Sir, – Dr Eimear Cotter’s response (Letters, September 20th) to the concerns of Friends of the Irish Environment about Ireland’s greenhouse gas reporting (Letters, September 15th) states, “Mr Lowes incorrectly states that Ireland’s national greenhouse gas emissions do not account for nitrous oxide (N2O) emissions from fertiliser application to grassland”.
We didn’t say that. We simply repeated what the European Commission has stated to us after the investigation of our complaint. Ireland “has adopted a Tier 1 approach to reporting GHG emissions associated with those areas defined as grasslands”. As Dr Karl Richards of Teagasc pointed out (Letters, September 19th), “the use of Tier 1 does not mean the emissions are not counted in the inventory, it just means we are using Intergovernmental Panel on Climate Change default emission factors due to the absence of country-specific ones.” The original 2006 EPA Synthesis Report on the EPA two-year project measuring the impact of nitrogen fertilisers on grasslands we cited in our letter (whose 10 authors included Teagasc, the EPA and leading academics) found that emissions in the first year were “within the range of values used for inventory reporting purposes for N-fertilised grasslands under IPCC calculation procedures”, but that “calculated emission factors for Year 2 are substantially higher”. That report recommended further studies to enable Ireland to move to Tier II reporting of nitrogen impact on grasslands. Some 17 years later we are still reporting under the “lower quality and higher uncertainty of the Tier I method”. – Yours, etc,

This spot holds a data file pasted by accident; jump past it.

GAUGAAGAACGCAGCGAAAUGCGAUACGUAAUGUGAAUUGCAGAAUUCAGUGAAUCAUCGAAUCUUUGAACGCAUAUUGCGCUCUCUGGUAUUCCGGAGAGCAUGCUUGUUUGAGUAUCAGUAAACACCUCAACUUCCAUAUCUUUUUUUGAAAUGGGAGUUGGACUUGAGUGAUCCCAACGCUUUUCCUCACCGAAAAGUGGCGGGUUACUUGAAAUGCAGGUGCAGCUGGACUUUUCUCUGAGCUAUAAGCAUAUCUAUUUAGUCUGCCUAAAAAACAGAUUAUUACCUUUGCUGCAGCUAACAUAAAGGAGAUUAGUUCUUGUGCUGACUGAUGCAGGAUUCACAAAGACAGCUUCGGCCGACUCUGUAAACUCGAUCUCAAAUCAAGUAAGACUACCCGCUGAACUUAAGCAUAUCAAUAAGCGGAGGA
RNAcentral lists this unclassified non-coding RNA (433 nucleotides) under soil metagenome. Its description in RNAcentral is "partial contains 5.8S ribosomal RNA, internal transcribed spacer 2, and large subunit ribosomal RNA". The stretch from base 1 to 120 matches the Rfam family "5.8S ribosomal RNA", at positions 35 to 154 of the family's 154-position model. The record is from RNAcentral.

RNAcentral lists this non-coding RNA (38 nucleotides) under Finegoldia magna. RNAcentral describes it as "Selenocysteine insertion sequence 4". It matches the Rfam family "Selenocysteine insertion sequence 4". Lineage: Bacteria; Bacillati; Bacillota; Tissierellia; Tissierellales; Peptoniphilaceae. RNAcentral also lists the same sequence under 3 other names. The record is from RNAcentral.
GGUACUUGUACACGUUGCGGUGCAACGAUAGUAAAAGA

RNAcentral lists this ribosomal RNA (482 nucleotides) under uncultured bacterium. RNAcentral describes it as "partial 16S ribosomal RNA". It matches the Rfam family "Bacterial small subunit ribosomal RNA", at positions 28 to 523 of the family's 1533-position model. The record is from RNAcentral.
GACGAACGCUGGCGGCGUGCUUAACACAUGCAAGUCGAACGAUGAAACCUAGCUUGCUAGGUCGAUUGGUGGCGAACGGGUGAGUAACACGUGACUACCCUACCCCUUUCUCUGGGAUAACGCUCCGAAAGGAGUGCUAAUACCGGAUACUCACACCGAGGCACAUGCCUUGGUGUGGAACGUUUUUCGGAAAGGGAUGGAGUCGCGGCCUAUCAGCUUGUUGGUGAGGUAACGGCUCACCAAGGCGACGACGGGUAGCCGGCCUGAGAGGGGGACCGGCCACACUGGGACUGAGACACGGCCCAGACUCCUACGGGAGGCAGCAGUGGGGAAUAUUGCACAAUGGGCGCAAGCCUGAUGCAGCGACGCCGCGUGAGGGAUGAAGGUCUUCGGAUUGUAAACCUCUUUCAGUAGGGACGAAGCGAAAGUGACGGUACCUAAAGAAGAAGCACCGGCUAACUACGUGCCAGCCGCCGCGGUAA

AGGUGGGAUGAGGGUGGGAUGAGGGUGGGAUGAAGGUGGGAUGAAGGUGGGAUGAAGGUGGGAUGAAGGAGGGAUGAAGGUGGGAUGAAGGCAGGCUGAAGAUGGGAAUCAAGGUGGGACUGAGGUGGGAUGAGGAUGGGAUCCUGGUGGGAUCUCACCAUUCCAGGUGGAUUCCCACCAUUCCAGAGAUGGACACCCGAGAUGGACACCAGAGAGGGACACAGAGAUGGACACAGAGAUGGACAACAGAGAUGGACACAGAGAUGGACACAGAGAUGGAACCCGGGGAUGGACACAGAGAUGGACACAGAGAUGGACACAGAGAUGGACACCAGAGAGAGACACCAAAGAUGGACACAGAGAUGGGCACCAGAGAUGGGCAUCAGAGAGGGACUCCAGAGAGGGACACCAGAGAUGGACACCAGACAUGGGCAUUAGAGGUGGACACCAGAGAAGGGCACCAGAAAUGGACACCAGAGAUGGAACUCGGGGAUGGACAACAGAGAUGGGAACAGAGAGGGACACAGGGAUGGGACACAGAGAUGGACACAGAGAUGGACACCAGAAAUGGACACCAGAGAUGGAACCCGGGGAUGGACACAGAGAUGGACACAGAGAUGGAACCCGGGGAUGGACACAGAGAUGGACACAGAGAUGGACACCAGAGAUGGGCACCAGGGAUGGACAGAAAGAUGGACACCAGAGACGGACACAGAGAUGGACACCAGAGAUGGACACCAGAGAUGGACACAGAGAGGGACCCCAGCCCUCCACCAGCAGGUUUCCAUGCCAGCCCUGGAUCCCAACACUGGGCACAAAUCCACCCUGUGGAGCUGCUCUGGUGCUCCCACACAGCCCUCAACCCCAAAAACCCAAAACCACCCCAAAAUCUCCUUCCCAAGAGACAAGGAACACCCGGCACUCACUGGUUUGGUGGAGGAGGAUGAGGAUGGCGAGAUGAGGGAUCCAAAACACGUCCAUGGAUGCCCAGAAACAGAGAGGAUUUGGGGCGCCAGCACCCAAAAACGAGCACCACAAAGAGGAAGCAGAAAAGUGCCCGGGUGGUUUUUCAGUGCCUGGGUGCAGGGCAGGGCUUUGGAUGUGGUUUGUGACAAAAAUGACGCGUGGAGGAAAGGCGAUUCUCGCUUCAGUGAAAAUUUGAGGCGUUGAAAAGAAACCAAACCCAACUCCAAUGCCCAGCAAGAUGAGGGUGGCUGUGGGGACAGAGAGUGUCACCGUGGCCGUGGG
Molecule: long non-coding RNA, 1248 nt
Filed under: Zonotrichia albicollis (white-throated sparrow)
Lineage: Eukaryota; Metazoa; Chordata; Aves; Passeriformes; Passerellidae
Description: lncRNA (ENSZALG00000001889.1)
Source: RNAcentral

Friends of the Irish Environment,